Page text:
# Distance between two lines in 3D

Assume you have two parametric lines: $p_1=r_1+e_1$ and $p_2=r_2+e_2$

Start by analyzing if they are parallel, by checking the if the normalized directions vectors ($e$) are identical. If they are, pick any point on $p_1$, and run the point-to-line formula (google it).

Otherwise, continue as follows:
The definition of ‘distance’ is the minimum distance between any two points A,B on the two lines. So assume points A,B are the ones who provide the minimum distance between the lines.

Now, the line AB must be perpendicular to both lines $p_1,p_2$. Why? Because otherwise you can move a bit on one of the lines to make the distance shorter. If you move $\epsilon$, the distance will be reduced by $\epsilon \cdot cos(\alpha)$, where $\alpha \neq 90 deg$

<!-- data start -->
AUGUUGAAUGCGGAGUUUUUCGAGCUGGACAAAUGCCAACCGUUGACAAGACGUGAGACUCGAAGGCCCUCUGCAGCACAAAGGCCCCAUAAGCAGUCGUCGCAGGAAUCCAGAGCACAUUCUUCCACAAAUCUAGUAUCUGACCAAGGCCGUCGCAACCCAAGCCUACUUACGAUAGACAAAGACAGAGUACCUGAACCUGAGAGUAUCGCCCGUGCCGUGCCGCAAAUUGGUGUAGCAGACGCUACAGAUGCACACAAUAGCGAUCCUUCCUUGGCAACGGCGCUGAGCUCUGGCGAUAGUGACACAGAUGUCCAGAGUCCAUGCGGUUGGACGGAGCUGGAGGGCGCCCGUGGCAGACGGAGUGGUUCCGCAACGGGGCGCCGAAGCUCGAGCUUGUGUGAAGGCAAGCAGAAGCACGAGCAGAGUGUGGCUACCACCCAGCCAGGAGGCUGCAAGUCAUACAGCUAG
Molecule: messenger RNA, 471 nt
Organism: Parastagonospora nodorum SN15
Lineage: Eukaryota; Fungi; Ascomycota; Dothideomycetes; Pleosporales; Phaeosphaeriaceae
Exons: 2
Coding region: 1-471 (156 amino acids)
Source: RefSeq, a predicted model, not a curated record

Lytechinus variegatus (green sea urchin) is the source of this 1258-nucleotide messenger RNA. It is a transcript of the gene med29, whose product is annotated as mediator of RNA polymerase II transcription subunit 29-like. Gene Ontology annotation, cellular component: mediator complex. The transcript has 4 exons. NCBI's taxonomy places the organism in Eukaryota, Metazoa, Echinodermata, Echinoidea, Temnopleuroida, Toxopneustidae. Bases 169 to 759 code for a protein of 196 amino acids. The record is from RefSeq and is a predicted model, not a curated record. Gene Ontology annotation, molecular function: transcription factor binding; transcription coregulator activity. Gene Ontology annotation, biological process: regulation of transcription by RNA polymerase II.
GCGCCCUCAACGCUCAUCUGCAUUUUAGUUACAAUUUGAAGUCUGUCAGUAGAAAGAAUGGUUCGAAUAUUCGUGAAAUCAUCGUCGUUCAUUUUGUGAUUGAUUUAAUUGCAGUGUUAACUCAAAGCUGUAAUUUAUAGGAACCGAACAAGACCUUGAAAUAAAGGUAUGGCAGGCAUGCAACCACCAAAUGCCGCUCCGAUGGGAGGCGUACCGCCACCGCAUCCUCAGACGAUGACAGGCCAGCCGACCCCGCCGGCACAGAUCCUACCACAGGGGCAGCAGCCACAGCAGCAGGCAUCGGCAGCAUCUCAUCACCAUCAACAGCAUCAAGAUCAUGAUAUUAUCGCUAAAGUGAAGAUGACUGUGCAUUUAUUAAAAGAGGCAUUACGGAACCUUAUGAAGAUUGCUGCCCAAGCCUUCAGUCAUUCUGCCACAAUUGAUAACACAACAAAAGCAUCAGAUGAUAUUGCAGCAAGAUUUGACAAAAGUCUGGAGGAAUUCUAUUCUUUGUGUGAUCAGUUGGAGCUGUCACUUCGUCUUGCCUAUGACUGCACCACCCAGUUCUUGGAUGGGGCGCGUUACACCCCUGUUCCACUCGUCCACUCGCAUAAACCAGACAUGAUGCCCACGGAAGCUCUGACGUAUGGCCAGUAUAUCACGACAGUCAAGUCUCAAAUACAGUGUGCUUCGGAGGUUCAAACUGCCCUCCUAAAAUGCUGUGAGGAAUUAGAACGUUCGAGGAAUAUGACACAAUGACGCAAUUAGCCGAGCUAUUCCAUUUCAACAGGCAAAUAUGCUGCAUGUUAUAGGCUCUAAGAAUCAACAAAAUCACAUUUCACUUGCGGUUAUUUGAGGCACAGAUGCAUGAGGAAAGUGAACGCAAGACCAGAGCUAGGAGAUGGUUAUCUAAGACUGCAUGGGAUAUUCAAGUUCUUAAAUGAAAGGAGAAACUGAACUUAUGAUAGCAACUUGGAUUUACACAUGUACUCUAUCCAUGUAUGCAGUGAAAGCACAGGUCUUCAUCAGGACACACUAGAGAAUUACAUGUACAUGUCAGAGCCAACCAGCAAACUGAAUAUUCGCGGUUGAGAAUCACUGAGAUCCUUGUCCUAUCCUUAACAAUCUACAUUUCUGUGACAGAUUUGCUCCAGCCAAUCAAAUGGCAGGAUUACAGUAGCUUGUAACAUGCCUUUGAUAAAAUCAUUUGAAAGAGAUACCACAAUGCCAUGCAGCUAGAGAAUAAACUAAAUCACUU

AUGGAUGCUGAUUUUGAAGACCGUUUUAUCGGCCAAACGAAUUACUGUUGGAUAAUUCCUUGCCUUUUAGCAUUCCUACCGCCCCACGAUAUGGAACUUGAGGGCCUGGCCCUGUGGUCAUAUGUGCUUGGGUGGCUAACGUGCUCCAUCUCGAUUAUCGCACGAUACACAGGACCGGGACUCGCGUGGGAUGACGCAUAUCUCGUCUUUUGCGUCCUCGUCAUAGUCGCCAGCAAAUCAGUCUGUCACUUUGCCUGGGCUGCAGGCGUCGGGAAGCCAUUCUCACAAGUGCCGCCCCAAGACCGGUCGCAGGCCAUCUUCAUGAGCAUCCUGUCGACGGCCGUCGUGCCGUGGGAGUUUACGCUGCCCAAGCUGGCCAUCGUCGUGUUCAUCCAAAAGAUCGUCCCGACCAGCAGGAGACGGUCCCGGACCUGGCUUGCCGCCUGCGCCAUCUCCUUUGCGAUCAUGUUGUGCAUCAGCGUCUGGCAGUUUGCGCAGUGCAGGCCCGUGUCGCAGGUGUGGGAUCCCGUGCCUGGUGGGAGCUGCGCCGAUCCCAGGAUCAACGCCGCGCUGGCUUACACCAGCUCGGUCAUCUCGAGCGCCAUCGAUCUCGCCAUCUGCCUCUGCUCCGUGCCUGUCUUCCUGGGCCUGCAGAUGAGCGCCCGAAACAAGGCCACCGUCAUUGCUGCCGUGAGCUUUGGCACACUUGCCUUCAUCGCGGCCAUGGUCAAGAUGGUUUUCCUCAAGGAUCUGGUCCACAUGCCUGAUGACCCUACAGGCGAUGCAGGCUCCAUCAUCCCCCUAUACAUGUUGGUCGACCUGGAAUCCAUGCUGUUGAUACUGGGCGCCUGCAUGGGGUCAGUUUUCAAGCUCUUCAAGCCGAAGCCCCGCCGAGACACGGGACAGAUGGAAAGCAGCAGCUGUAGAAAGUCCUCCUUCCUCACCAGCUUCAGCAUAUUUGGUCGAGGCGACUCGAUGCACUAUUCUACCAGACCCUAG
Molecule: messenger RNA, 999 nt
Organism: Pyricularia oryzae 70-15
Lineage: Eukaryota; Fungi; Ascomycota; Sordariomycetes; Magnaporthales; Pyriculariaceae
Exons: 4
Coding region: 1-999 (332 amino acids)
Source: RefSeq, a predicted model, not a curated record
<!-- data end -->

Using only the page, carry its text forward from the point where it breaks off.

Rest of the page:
So the only vector direction which is perpendicular to both lines is $n=e_1 \times e_2$. This is by definition of cross product. Let’s define $\hat{n}$ as its normalized version. Great.

Now imagine that we place the coordinates origin at point B. Since $AB$ is perpendicular to any point $p_1$ and specifically to point $r_1$, we have a right angled triangle $r_1AB$, and the distance $|AB|=d$ is

$d=\hat{n} \cdot (r_1-B) $

Great now let’s write B as $B=r_2 + (B-r_2)$ and we get:

$d=\hat{n} \cdot (r_1-r_2-(B-r_2))$

Now, we know that the vector $B-r_2$ in perpendicular to $\hat{n}$, by definition, so its dot product is zero. Therefore:

\(d=\hat{n} \cdot (r_1 - r_2) \: \: \square\)